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Federal Highway Administration > Publications > Focus > August 1999 > Regional Certification Programs Aim To Ensure a Qualified Workforce
August 1999Publication Number: FHWA-RD-99-106

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Regional Certification Programs Aim To Ensure a Qualified Workforce

When a State department of transportation (DOT) embarks on a new construction or rehabilitation project, it usually relies not only on its own staff to sample and test the materials used in construction, but also on personnel working for various contractors. In an era of continually changing technologies and advances in knowledge, DOTs are looking for assurance that these technicians, whether they are State employees or contractors, are up to speed on the latest methods and specifications. In response, some States have started regional programs to test workers and to certify those who meet a basic set of standards.

This increased emphasis on ensuring the use of highly trained workers is also reflected in a new Federal regulation requiring the use of qualified technicians on Federal-aid highway projects after June 29, 2000.

Under most of the existing regional certification programs, technicians who pass written and performance examinations in one State earn the certification ranking, which allows them to automatically be considered certified in other States that are part of the regional coalition. “Certification means fewer headaches for States,” says George Jones of the Federal Highway Administration (FHWA). State DOTs that contract out work benefit from knowing how much training the contractor’s technicians have had. Contractors who work in more than one State benefit from not having to spend time and money to get their technicians certified in each State.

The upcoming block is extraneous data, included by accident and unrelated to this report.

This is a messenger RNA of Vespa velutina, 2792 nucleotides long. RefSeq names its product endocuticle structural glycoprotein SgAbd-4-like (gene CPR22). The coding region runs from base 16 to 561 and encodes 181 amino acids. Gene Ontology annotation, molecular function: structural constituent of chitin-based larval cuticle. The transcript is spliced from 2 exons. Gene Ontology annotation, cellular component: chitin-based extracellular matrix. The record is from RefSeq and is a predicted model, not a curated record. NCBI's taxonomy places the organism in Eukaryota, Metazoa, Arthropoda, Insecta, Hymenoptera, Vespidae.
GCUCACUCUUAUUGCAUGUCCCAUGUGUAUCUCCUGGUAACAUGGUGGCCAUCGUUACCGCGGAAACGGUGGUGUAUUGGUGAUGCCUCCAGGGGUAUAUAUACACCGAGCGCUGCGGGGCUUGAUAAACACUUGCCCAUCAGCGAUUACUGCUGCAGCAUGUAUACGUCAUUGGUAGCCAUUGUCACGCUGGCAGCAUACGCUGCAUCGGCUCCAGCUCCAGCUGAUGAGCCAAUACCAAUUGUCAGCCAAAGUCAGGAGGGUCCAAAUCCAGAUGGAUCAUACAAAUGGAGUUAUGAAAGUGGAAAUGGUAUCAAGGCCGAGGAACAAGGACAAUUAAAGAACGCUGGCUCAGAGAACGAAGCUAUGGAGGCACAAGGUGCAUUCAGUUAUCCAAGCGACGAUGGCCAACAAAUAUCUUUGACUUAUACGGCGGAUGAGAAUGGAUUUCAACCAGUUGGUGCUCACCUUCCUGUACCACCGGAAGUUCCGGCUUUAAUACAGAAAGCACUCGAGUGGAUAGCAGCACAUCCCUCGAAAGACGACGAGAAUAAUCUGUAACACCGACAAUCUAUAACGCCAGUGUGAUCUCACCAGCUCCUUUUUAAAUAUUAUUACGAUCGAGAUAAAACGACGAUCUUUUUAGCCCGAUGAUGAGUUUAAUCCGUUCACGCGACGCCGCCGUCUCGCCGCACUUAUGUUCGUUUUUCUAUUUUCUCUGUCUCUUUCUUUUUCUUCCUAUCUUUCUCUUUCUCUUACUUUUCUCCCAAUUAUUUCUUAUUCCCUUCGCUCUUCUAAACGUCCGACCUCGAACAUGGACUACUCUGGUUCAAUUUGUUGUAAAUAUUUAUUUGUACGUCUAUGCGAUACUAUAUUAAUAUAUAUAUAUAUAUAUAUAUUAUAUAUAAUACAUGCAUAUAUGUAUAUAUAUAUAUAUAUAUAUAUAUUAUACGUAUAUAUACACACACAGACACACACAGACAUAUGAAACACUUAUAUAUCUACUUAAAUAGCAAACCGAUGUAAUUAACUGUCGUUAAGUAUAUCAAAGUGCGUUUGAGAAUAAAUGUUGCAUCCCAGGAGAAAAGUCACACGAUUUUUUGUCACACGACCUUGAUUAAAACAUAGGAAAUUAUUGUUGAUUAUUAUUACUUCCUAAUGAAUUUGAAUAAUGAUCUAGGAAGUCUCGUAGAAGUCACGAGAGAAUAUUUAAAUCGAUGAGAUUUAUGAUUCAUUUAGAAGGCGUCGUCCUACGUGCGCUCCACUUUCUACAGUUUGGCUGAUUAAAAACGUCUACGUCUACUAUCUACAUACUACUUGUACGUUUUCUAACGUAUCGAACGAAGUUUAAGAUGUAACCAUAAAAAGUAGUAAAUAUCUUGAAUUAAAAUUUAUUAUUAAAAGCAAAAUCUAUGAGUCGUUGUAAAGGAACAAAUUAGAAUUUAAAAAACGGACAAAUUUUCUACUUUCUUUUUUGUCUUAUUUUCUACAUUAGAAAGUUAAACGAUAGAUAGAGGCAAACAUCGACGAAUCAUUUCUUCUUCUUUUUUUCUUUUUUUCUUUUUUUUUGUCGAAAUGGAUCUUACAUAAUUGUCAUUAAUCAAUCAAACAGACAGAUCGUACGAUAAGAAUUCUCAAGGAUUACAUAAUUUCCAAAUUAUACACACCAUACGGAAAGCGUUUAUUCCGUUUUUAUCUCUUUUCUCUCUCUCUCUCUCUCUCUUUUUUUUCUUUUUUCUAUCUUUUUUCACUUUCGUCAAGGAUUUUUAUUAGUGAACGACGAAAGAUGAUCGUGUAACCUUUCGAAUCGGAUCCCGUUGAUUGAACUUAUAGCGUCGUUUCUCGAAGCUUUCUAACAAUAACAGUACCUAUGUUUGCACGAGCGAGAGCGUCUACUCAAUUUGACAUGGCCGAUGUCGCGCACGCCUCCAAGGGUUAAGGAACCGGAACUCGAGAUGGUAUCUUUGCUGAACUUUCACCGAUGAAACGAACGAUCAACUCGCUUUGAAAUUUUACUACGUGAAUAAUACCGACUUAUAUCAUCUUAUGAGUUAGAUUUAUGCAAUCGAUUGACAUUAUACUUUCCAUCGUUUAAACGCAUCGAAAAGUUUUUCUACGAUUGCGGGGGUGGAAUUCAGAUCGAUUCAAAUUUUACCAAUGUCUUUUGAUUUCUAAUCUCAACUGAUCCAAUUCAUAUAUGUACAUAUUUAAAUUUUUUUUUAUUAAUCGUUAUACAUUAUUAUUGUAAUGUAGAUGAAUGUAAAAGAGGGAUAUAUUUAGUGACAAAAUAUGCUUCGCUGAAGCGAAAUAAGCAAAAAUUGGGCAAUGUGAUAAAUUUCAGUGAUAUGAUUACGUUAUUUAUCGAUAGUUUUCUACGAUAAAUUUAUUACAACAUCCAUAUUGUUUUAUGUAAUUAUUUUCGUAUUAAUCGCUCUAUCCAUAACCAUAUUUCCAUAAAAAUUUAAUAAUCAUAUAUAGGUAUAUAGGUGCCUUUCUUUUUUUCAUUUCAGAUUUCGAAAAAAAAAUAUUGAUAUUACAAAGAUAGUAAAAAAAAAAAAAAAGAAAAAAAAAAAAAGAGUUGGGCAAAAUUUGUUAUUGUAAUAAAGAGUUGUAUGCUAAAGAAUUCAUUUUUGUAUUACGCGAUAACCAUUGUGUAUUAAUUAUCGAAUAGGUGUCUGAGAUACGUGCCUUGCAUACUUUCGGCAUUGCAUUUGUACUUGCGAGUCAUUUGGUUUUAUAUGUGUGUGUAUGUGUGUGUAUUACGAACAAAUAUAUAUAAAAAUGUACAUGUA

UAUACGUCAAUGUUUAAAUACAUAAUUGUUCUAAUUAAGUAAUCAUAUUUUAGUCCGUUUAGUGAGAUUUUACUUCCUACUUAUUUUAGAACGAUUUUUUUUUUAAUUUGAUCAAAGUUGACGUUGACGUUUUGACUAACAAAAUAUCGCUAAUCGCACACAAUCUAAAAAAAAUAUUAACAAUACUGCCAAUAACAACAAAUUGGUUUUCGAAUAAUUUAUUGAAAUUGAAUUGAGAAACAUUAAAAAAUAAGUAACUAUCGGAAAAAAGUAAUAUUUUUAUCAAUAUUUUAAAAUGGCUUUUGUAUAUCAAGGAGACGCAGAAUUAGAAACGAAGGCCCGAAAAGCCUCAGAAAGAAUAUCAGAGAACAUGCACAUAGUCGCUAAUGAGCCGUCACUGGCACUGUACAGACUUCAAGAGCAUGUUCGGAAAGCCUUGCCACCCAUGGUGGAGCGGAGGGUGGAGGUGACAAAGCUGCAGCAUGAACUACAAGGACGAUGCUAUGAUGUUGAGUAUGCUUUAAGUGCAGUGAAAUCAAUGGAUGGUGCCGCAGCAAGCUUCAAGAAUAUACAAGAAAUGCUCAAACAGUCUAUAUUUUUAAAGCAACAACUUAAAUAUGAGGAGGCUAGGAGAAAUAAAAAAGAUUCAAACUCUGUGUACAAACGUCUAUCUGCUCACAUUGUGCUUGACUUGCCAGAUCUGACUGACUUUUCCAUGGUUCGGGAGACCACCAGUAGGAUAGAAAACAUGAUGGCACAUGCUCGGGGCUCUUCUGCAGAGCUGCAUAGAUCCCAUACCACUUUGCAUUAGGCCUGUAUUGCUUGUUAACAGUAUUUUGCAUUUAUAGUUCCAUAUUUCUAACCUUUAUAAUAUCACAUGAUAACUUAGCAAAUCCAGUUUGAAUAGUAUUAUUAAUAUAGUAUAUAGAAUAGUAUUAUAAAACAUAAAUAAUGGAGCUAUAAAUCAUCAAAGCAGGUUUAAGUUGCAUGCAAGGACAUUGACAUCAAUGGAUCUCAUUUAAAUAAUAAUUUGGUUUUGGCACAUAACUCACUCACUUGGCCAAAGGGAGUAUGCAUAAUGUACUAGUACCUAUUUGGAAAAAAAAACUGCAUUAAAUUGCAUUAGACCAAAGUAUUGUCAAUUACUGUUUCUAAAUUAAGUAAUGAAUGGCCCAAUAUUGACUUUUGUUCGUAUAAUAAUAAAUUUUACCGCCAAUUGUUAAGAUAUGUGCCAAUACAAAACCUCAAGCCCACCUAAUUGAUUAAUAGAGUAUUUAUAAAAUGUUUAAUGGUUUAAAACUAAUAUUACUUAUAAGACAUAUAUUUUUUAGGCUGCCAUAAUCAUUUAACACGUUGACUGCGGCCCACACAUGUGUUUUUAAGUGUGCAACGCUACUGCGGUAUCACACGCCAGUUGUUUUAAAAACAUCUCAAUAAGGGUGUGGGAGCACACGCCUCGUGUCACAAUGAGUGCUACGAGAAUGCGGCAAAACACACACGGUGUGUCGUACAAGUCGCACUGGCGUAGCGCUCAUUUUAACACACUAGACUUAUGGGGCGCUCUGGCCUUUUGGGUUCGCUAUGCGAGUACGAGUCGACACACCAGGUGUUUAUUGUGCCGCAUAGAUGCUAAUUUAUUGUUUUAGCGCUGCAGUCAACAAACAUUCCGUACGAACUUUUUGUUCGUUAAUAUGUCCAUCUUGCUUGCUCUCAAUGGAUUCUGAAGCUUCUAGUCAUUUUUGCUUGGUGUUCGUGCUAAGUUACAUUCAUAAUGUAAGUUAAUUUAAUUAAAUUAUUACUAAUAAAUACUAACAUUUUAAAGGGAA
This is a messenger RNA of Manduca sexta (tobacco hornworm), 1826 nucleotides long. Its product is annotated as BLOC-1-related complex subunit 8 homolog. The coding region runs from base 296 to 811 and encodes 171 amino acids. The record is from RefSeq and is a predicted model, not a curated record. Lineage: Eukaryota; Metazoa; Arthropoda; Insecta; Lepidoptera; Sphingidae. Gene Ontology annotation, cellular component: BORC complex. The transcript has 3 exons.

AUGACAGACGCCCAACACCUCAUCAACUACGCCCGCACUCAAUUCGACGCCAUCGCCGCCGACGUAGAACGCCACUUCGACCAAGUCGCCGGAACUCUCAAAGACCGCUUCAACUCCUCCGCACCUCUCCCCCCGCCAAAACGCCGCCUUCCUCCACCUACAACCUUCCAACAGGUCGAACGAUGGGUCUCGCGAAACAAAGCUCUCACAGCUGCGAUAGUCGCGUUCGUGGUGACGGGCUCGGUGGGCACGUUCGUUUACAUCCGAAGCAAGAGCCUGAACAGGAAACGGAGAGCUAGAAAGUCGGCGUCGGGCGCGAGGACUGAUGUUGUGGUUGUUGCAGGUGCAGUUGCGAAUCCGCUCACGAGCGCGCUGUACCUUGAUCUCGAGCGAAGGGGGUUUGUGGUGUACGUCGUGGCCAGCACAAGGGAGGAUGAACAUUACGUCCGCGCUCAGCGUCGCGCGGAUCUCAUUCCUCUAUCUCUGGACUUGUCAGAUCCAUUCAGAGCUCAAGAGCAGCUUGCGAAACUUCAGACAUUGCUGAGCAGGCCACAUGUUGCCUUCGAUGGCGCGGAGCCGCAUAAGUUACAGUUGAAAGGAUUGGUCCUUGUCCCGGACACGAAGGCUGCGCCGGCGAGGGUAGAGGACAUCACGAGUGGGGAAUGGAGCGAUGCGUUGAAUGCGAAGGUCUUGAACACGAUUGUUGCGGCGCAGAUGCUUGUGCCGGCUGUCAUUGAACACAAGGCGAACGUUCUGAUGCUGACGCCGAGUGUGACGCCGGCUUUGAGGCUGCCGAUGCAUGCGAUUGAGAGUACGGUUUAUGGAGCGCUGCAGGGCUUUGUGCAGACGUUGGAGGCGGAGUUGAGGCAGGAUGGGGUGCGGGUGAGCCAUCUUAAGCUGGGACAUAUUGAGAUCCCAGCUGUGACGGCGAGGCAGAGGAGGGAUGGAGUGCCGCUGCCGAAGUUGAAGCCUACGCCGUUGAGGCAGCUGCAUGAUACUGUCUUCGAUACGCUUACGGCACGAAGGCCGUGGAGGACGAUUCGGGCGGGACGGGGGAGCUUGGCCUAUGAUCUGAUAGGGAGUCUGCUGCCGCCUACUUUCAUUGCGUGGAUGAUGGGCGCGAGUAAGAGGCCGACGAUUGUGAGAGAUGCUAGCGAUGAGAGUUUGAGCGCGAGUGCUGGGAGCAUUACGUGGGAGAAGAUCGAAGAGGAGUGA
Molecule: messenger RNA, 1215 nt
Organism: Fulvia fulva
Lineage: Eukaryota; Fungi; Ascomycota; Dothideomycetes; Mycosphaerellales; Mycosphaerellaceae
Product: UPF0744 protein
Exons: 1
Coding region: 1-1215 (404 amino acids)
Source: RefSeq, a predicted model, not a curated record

One such regional certification program is the Western Alliance for Quality Transportation Construction (WAQTC). The alliance is a partnership between 11 western States and FHWA. WAQTC’s initiatives include the Transportation Technician Qualification Program, which provides instruction and testing for technicians in the areas of aggregates, asphalt, concrete, in-place density, and embankment/base construction. The program’s benefits include standardized procedures, greater quality control, and reciprocity agreements between States. WAQTC also runs the Laboratory Qualification Program, which ensures that all laboratories that perform materials sampling and testing functions for a State agency comply with certification criteria adopted by WAQTC member agencies.

Other regional programs include the North Central Multi-Regional Certification Group (M-Trac), which covers eight States, and the Southeastern Certification Program, which is just getting underway, according to Wouter Gulden at Georgia DOT. “Our first step is to identify the challenges,” says Gulden. “What is acceptable to all regional States? Who keeps the data? What is common ground for training?” To explore these challenges, Gulden is working to establish a regional task force.